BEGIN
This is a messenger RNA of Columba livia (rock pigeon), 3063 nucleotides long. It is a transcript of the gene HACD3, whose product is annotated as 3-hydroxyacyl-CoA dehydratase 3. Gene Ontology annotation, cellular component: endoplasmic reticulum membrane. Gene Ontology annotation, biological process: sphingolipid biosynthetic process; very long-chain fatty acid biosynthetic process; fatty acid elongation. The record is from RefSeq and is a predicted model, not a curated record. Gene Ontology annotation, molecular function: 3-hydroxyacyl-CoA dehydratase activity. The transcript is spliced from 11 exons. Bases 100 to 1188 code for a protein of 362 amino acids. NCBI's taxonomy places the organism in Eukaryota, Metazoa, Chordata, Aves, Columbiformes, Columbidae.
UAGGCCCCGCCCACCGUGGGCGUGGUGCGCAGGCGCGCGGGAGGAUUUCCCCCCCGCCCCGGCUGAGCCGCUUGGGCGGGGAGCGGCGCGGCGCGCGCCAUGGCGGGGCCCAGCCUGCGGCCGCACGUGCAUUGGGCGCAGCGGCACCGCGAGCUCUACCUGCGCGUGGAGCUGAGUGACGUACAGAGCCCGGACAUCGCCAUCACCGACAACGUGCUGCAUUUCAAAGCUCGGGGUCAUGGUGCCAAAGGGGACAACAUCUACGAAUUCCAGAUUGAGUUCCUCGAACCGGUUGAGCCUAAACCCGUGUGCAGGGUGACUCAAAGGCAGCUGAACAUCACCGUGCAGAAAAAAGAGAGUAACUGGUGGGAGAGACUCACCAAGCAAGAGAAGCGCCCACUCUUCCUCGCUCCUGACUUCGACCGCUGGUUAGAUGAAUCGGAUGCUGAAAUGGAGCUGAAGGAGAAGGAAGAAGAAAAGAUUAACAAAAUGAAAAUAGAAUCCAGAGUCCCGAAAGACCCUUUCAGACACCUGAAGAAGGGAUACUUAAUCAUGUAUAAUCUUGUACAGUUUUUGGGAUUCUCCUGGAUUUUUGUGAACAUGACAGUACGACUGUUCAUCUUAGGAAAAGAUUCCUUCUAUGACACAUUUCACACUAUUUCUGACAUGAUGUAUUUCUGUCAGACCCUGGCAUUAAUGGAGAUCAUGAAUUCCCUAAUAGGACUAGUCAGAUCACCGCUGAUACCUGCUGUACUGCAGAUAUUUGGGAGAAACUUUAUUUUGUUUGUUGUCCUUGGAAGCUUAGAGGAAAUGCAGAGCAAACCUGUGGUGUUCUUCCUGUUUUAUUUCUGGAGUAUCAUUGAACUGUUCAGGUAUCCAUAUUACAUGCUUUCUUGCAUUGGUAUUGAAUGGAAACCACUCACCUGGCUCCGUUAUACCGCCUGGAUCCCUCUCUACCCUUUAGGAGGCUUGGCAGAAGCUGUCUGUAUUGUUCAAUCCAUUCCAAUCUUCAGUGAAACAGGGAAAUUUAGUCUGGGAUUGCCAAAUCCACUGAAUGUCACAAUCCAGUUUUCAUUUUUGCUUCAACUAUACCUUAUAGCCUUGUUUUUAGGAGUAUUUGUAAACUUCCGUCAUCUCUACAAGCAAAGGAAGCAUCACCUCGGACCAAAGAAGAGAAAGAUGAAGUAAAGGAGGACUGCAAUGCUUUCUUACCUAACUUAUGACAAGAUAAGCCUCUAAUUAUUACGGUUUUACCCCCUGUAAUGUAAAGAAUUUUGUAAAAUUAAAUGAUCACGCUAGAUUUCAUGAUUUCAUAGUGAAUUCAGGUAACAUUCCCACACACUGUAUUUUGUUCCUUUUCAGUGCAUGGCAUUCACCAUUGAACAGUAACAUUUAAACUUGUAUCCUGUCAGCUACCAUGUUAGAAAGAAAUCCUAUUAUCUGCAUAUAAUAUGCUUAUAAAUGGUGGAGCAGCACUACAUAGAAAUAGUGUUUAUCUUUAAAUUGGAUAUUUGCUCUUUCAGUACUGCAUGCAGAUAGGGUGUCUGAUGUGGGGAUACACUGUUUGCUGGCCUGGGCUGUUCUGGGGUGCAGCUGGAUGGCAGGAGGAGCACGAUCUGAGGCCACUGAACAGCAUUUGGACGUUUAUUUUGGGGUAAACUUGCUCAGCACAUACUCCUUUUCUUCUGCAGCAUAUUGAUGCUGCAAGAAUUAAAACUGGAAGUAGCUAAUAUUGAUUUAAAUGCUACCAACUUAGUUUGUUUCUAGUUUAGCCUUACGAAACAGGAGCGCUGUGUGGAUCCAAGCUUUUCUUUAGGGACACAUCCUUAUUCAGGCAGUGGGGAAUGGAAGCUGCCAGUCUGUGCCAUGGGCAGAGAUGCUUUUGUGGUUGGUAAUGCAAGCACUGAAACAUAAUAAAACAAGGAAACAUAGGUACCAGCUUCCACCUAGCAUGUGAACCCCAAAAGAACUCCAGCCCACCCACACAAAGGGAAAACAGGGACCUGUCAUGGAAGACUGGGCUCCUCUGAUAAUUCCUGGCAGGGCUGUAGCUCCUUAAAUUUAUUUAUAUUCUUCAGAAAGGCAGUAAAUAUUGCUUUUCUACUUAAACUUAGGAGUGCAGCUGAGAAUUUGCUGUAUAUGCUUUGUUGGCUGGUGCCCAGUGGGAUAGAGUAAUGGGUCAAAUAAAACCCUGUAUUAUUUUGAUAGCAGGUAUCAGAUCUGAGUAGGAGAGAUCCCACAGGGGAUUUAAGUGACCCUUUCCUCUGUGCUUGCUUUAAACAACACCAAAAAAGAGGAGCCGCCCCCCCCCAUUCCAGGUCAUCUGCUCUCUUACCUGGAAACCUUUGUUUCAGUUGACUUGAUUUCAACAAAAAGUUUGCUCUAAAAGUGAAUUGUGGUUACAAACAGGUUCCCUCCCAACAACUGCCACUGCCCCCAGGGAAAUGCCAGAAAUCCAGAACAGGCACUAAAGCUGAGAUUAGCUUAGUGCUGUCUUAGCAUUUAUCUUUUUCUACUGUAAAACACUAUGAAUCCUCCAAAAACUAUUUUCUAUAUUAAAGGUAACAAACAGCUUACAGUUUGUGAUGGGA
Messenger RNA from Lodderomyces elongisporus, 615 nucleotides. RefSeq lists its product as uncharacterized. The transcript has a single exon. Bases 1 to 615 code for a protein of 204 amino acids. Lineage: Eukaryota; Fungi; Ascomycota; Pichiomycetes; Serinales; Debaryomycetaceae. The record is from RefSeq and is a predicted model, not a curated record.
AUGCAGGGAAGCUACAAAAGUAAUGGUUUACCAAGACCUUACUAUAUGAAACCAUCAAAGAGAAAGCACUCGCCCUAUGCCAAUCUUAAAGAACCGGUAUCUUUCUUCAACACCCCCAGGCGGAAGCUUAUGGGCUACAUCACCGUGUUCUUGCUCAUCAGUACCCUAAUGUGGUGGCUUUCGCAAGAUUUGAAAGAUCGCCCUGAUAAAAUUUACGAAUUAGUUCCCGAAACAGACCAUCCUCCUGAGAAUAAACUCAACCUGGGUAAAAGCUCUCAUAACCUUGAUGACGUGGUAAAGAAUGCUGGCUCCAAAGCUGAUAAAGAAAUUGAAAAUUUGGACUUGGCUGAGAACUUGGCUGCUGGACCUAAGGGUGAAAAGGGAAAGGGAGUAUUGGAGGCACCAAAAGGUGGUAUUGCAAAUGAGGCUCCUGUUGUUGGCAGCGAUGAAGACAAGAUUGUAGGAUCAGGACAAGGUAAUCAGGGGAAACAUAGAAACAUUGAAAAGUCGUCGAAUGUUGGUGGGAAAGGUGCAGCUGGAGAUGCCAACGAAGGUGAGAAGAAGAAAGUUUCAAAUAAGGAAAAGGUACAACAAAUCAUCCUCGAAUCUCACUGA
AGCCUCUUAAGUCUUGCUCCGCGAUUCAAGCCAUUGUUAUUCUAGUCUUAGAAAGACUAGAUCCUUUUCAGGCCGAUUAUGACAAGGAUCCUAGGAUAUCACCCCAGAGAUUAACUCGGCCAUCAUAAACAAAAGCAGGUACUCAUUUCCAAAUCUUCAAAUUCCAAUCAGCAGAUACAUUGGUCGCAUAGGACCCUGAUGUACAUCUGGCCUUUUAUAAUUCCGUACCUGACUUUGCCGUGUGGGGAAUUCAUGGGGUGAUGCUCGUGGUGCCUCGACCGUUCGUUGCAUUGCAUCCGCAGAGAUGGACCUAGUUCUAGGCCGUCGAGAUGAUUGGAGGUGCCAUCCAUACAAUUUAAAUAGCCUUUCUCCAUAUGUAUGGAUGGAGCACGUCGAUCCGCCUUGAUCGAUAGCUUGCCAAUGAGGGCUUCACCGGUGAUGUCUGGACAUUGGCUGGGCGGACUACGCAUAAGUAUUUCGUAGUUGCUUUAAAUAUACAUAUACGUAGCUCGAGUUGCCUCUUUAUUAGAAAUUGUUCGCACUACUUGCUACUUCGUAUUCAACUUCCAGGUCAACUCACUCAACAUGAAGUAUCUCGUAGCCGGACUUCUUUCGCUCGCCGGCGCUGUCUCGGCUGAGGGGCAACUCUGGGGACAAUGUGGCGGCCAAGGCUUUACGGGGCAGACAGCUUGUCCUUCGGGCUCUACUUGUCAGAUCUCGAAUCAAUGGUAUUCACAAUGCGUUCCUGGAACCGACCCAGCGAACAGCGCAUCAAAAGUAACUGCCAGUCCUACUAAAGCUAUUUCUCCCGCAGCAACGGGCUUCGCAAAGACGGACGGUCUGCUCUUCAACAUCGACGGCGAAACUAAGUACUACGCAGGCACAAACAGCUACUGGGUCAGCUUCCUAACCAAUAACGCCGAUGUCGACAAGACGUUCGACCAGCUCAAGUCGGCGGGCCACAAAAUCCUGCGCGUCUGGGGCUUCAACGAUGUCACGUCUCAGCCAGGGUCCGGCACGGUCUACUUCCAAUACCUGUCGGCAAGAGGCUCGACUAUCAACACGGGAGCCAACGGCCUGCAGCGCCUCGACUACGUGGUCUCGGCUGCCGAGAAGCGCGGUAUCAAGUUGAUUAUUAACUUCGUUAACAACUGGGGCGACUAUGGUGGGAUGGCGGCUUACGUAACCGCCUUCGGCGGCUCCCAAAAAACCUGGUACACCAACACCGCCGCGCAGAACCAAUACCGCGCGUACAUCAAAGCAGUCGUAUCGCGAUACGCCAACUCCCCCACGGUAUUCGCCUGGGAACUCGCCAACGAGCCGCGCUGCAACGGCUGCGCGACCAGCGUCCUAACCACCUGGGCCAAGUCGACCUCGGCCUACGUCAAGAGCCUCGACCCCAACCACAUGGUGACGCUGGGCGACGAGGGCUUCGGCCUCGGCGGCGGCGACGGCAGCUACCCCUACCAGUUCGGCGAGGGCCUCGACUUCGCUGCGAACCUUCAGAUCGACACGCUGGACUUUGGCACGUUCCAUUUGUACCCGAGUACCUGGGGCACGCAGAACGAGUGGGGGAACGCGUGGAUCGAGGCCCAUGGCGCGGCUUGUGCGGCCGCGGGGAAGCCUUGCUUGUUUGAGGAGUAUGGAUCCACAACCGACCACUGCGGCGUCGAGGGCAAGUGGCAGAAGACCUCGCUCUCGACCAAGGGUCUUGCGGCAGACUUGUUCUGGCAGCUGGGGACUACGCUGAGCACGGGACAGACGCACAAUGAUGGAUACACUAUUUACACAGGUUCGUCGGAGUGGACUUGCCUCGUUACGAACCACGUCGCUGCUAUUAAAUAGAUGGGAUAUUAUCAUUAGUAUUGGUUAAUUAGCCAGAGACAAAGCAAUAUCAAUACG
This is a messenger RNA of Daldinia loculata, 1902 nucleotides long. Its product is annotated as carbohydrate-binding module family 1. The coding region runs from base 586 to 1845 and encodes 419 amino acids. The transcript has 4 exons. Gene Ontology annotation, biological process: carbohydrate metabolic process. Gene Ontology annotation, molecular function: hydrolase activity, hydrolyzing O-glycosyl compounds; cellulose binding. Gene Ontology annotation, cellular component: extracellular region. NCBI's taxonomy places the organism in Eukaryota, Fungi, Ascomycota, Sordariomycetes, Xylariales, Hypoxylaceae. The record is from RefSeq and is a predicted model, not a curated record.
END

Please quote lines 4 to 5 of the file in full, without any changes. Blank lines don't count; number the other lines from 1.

AUGCAGGGAAGCUACAAAAGUAAUGGUUUACCAAGACCUUACUAUAUGAAACCAUCAAAGAGAAAGCACUCGCCCUAUGCCAAUCUUAAAGAACCGGUAUCUUUCUUCAACACCCCCAGGCGGAAGCUUAUGGGCUACAUCACCGUGUUCUUGCUCAUCAGUACCCUAAUGUGGUGGCUUUCGCAAGAUUUGAAAGAUCGCCCUGAUAAAAUUUACGAAUUAGUUCCCGAAACAGACCAUCCUCCUGAGAAUAAACUCAACCUGGGUAAAAGCUCUCAUAACCUUGAUGACGUGGUAAAGAAUGCUGGCUCCAAAGCUGAUAAAGAAAUUGAAAAUUUGGACUUGGCUGAGAACUUGGCUGCUGGACCUAAGGGUGAAAAGGGAAAGGGAGUAUUGGAGGCACCAAAAGGUGGUAUUGCAAAUGAGGCUCCUGUUGUUGGCAGCGAUGAAGACAAGAUUGUAGGAUCAGGACAAGGUAAUCAGGGGAAACAUAGAAACAUUGAAAAGUCGUCGAAUGUUGGUGGGAAAGGUGCAGCUGGAGAUGCCAACGAAGGUGAGAAGAAGAAAGUUUCAAAUAAGGAAAAGGUACAACAAAUCAUCCUCGAAUCUCACUGA
AGCCUCUUAAGUCUUGCUCCGCGAUUCAAGCCAUUGUUAUUCUAGUCUUAGAAAGACUAGAUCCUUUUCAGGCCGAUUAUGACAAGGAUCCUAGGAUAUCACCCCAGAGAUUAACUCGGCCAUCAUAAACAAAAGCAGGUACUCAUUUCCAAAUCUUCAAAUUCCAAUCAGCAGAUACAUUGGUCGCAUAGGACCCUGAUGUACAUCUGGCCUUUUAUAAUUCCGUACCUGACUUUGCCGUGUGGGGAAUUCAUGGGGUGAUGCUCGUGGUGCCUCGACCGUUCGUUGCAUUGCAUCCGCAGAGAUGGACCUAGUUCUAGGCCGUCGAGAUGAUUGGAGGUGCCAUCCAUACAAUUUAAAUAGCCUUUCUCCAUAUGUAUGGAUGGAGCACGUCGAUCCGCCUUGAUCGAUAGCUUGCCAAUGAGGGCUUCACCGGUGAUGUCUGGACAUUGGCUGGGCGGACUACGCAUAAGUAUUUCGUAGUUGCUUUAAAUAUACAUAUACGUAGCUCGAGUUGCCUCUUUAUUAGAAAUUGUUCGCACUACUUGCUACUUCGUAUUCAACUUCCAGGUCAACUCACUCAACAUGAAGUAUCUCGUAGCCGGACUUCUUUCGCUCGCCGGCGCUGUCUCGGCUGAGGGGCAACUCUGGGGACAAUGUGGCGGCCAAGGCUUUACGGGGCAGACAGCUUGUCCUUCGGGCUCUACUUGUCAGAUCUCGAAUCAAUGGUAUUCACAAUGCGUUCCUGGAACCGACCCAGCGAACAGCGCAUCAAAAGUAACUGCCAGUCCUACUAAAGCUAUUUCUCCCGCAGCAACGGGCUUCGCAAAGACGGACGGUCUGCUCUUCAACAUCGACGGCGAAACUAAGUACUACGCAGGCACAAACAGCUACUGGGUCAGCUUCCUAACCAAUAACGCCGAUGUCGACAAGACGUUCGACCAGCUCAAGUCGGCGGGCCACAAAAUCCUGCGCGUCUGGGGCUUCAACGAUGUCACGUCUCAGCCAGGGUCCGGCACGGUCUACUUCCAAUACCUGUCGGCAAGAGGCUCGACUAUCAACACGGGAGCCAACGGCCUGCAGCGCCUCGACUACGUGGUCUCGGCUGCCGAGAAGCGCGGUAUCAAGUUGAUUAUUAACUUCGUUAACAACUGGGGCGACUAUGGUGGGAUGGCGGCUUACGUAACCGCCUUCGGCGGCUCCCAAAAAACCUGGUACACCAACACCGCCGCGCAGAACCAAUACCGCGCGUACAUCAAAGCAGUCGUAUCGCGAUACGCCAACUCCCCCACGGUAUUCGCCUGGGAACUCGCCAACGAGCCGCGCUGCAACGGCUGCGCGACCAGCGUCCUAACCACCUGGGCCAAGUCGACCUCGGCCUACGUCAAGAGCCUCGACCCCAACCACAUGGUGACGCUGGGCGACGAGGGCUUCGGCCUCGGCGGCGGCGACGGCAGCUACCCCUACCAGUUCGGCGAGGGCCUCGACUUCGCUGCGAACCUUCAGAUCGACACGCUGGACUUUGGCACGUUCCAUUUGUACCCGAGUACCUGGGGCACGCAGAACGAGUGGGGGAACGCGUGGAUCGAGGCCCAUGGCGCGGCUUGUGCGGCCGCGGGGAAGCCUUGCUUGUUUGAGGAGUAUGGAUCCACAACCGACCACUGCGGCGUCGAGGGCAAGUGGCAGAAGACCUCGCUCUCGACCAAGGGUCUUGCGGCAGACUUGUUCUGGCAGCUGGGGACUACGCUGAGCACGGGACAGACGCACAAUGAUGGAUACACUAUUUACACAGGUUCGUCGGAGUGGACUUGCCUCGUUACGAACCACGUCGCUGCUAUUAAAUAGAUGGGAUAUUAUCAUUAGUAUUGGUUAAUUAGCCAGAGACAAAGCAAUAUCAAUACG